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Health Psychol. 2002 Mar;21(2):187-93.

Breast-feeding is associated with reduced perceived stress and negative mood in mothers.

Author information

1
Behavioral Medicine Program, Columbia University, Columbia-Presbyterian Medical Center, New York, New York 10032-3784, USA. elizabeth.mezzacappa@sunysb.edu

Abstract

Two studies examined the effects of breast-feeding on maternal stress and mood. In Experiment 1, perceived stress in the past month was compared between 28 breast-feeding and 27 bottle-feeding mothers. Breast-feeding mothers reported less perceived stress, after controlling for demographic confounds. In Experiment 2, mood ratings were assessed in the same 24 mothers both before and then after 1 breast-feeding and 1 bottle-feeding session. Breast-feeding was associated with a decrease in negative mood, and bottle-feeding was associated with a decrease in positive mood from pre- to postfeeding. Results indicated that breast-feeding buffers negative mood. These effects appeared to be attributable to the effects of breast-feeding itself and not solely to individual-differences factors.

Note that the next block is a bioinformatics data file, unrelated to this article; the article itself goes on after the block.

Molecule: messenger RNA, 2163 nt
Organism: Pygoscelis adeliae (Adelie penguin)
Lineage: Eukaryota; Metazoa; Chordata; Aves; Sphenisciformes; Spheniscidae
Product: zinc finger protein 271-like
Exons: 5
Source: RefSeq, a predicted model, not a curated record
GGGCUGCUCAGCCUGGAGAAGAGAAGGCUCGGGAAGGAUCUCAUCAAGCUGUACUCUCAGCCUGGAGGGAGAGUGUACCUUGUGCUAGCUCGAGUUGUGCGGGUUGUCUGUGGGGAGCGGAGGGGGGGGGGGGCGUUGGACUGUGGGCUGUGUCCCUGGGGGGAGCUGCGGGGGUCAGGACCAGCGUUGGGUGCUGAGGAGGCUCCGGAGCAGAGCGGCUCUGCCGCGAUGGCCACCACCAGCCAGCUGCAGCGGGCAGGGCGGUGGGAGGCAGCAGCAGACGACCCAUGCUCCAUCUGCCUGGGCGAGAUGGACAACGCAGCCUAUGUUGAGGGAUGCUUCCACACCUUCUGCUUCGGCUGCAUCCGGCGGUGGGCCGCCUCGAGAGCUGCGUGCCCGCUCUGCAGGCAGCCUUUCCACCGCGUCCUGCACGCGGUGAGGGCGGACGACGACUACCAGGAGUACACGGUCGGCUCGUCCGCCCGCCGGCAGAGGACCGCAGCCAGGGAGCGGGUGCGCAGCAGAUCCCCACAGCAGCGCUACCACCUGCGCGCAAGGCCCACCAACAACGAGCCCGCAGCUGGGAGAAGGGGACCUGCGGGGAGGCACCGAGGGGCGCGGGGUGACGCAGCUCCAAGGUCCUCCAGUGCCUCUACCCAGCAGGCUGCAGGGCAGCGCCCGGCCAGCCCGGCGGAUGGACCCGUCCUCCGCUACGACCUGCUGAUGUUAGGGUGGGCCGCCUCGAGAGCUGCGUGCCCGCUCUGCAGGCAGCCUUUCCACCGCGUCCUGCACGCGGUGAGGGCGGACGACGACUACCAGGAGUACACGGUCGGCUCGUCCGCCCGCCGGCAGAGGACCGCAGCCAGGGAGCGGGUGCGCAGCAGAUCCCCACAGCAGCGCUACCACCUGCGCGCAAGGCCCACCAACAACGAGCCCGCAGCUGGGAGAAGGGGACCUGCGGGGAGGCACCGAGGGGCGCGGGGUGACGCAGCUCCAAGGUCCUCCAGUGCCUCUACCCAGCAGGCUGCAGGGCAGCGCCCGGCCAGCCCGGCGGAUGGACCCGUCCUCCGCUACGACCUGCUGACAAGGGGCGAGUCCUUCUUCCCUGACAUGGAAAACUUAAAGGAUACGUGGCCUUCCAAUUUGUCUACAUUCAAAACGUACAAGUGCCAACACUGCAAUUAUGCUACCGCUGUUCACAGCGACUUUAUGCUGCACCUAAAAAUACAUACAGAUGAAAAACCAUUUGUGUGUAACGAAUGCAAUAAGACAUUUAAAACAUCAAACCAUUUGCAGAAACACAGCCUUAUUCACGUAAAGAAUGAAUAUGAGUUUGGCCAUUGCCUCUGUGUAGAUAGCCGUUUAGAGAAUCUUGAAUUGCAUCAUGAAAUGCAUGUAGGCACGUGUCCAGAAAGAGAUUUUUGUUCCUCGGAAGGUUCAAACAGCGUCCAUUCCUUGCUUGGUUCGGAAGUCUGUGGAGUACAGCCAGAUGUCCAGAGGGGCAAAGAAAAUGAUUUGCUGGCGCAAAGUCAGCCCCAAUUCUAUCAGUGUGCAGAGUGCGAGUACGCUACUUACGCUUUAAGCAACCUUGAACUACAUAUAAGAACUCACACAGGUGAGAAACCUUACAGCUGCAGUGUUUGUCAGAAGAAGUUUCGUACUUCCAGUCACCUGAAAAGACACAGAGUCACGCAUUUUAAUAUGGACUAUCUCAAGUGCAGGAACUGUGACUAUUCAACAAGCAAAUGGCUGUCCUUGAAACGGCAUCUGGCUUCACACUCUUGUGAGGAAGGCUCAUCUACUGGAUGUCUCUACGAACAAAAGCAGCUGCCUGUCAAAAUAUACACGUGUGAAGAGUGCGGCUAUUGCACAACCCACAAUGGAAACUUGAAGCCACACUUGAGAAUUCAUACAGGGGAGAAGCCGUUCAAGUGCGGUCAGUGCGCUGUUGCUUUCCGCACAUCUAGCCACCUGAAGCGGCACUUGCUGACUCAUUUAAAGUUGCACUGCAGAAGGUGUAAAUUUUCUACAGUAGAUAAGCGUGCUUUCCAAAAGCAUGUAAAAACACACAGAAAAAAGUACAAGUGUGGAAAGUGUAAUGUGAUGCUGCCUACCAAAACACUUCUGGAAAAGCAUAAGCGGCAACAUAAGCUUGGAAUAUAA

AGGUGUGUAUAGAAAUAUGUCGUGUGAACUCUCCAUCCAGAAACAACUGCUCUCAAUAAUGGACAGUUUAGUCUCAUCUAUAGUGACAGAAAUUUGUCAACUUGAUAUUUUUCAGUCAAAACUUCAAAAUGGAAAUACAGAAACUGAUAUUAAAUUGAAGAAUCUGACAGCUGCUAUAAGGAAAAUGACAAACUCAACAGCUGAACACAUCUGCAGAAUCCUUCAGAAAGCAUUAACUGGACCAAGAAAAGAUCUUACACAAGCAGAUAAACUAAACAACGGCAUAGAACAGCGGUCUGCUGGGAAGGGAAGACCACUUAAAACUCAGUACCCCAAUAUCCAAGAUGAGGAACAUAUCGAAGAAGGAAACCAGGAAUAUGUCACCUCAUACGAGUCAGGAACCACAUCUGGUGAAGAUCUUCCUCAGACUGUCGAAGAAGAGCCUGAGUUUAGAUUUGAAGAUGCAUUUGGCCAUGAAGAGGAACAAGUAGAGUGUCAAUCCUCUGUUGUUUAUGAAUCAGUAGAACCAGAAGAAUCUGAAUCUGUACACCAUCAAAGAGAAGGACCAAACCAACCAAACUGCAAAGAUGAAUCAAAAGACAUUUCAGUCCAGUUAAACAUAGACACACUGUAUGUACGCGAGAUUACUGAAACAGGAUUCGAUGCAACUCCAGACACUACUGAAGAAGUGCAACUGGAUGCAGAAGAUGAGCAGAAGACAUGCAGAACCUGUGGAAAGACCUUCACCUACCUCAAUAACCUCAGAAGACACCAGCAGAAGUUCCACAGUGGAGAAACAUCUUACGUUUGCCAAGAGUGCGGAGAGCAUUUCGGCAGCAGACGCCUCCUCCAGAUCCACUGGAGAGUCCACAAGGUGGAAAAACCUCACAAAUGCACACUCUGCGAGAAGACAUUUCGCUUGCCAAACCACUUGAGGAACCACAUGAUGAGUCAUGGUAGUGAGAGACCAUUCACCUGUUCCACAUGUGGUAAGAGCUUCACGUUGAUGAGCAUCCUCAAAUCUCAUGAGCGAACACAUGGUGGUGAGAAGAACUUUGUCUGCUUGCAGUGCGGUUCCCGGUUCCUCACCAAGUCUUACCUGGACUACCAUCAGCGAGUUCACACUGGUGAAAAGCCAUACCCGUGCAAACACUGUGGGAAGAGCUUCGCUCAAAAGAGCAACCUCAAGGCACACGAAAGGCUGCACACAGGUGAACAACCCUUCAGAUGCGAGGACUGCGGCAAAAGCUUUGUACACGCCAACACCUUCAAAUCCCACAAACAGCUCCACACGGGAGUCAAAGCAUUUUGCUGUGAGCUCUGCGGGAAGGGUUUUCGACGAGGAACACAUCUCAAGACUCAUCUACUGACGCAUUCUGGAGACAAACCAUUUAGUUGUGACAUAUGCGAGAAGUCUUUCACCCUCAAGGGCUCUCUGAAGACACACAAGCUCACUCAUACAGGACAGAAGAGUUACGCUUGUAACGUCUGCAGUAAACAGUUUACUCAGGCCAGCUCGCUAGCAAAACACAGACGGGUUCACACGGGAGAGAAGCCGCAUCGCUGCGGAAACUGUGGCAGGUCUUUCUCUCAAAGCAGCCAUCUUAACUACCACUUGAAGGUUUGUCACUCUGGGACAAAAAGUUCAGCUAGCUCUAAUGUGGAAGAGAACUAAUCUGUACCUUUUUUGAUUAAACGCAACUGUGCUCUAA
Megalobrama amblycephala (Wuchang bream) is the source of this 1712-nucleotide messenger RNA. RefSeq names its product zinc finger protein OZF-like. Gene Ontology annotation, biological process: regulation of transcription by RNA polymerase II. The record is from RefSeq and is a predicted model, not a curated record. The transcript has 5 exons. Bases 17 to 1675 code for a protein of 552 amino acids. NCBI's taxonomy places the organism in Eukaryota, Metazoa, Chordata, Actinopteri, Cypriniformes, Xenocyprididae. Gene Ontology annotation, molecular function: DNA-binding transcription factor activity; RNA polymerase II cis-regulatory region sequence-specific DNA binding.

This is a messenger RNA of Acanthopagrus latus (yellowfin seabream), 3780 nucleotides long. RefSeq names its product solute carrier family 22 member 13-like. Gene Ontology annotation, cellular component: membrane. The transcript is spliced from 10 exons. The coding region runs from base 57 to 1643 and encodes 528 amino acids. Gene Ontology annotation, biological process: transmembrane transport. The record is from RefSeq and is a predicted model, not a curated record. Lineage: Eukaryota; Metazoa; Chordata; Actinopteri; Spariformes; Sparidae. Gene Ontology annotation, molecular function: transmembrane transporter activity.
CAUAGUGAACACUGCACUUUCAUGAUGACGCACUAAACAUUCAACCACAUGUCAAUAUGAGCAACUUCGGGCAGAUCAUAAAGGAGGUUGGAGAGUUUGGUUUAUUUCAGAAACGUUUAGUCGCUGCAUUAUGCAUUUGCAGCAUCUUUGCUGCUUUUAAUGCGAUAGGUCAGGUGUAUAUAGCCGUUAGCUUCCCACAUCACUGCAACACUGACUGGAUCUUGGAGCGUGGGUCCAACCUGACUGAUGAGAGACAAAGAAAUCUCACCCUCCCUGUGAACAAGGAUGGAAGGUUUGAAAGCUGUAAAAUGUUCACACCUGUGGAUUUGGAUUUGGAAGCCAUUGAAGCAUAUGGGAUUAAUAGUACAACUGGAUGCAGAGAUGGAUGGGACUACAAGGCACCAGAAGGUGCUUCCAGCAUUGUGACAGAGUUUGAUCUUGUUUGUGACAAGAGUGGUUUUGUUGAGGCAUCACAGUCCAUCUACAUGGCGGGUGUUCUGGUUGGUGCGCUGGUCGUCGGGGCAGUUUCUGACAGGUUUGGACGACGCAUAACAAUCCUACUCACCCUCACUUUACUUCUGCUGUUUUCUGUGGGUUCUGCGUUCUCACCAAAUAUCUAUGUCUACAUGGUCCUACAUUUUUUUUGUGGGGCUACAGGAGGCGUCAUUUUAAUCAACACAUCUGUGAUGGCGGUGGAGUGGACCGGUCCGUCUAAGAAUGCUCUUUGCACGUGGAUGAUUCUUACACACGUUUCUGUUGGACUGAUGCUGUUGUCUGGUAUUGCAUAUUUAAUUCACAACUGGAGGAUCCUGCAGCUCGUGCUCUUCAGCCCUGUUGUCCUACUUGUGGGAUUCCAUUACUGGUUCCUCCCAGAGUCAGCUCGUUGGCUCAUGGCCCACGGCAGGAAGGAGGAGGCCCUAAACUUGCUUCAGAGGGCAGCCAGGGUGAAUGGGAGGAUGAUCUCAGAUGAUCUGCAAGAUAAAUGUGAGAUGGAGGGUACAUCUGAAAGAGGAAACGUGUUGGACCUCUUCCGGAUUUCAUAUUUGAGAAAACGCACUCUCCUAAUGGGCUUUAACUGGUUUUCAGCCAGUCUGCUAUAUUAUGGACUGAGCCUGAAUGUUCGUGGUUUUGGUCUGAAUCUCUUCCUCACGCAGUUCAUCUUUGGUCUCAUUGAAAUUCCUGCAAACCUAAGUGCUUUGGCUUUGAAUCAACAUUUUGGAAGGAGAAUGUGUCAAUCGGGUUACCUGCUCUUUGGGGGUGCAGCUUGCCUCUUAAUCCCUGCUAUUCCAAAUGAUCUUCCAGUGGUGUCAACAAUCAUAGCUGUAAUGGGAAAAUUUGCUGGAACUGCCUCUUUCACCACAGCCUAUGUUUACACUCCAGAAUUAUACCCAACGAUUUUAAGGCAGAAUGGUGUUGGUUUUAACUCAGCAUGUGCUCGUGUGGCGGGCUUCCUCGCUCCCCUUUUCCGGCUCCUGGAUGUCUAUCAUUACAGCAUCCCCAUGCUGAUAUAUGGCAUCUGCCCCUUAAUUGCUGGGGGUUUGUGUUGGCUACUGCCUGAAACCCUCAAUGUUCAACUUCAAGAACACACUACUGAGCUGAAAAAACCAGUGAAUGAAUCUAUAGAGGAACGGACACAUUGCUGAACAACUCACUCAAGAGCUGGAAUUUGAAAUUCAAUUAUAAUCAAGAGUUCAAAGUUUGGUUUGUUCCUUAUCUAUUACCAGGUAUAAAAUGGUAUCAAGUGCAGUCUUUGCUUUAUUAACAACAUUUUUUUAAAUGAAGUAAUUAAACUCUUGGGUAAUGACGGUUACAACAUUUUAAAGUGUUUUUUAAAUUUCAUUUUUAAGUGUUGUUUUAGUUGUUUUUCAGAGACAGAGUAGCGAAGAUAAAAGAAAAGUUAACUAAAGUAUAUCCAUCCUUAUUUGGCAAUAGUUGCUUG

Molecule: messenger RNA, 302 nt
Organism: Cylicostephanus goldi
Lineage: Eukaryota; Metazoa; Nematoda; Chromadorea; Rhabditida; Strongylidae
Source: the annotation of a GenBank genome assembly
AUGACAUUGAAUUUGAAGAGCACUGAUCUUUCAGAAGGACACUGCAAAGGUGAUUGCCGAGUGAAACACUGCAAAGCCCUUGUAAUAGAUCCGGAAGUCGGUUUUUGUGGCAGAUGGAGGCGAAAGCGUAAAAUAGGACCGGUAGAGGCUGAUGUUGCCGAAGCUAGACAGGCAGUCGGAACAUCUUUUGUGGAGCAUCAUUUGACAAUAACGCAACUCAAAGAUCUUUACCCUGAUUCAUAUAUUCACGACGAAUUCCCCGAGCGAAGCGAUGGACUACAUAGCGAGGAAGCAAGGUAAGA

PMID:
11950109
[Indexed for MEDLINE]

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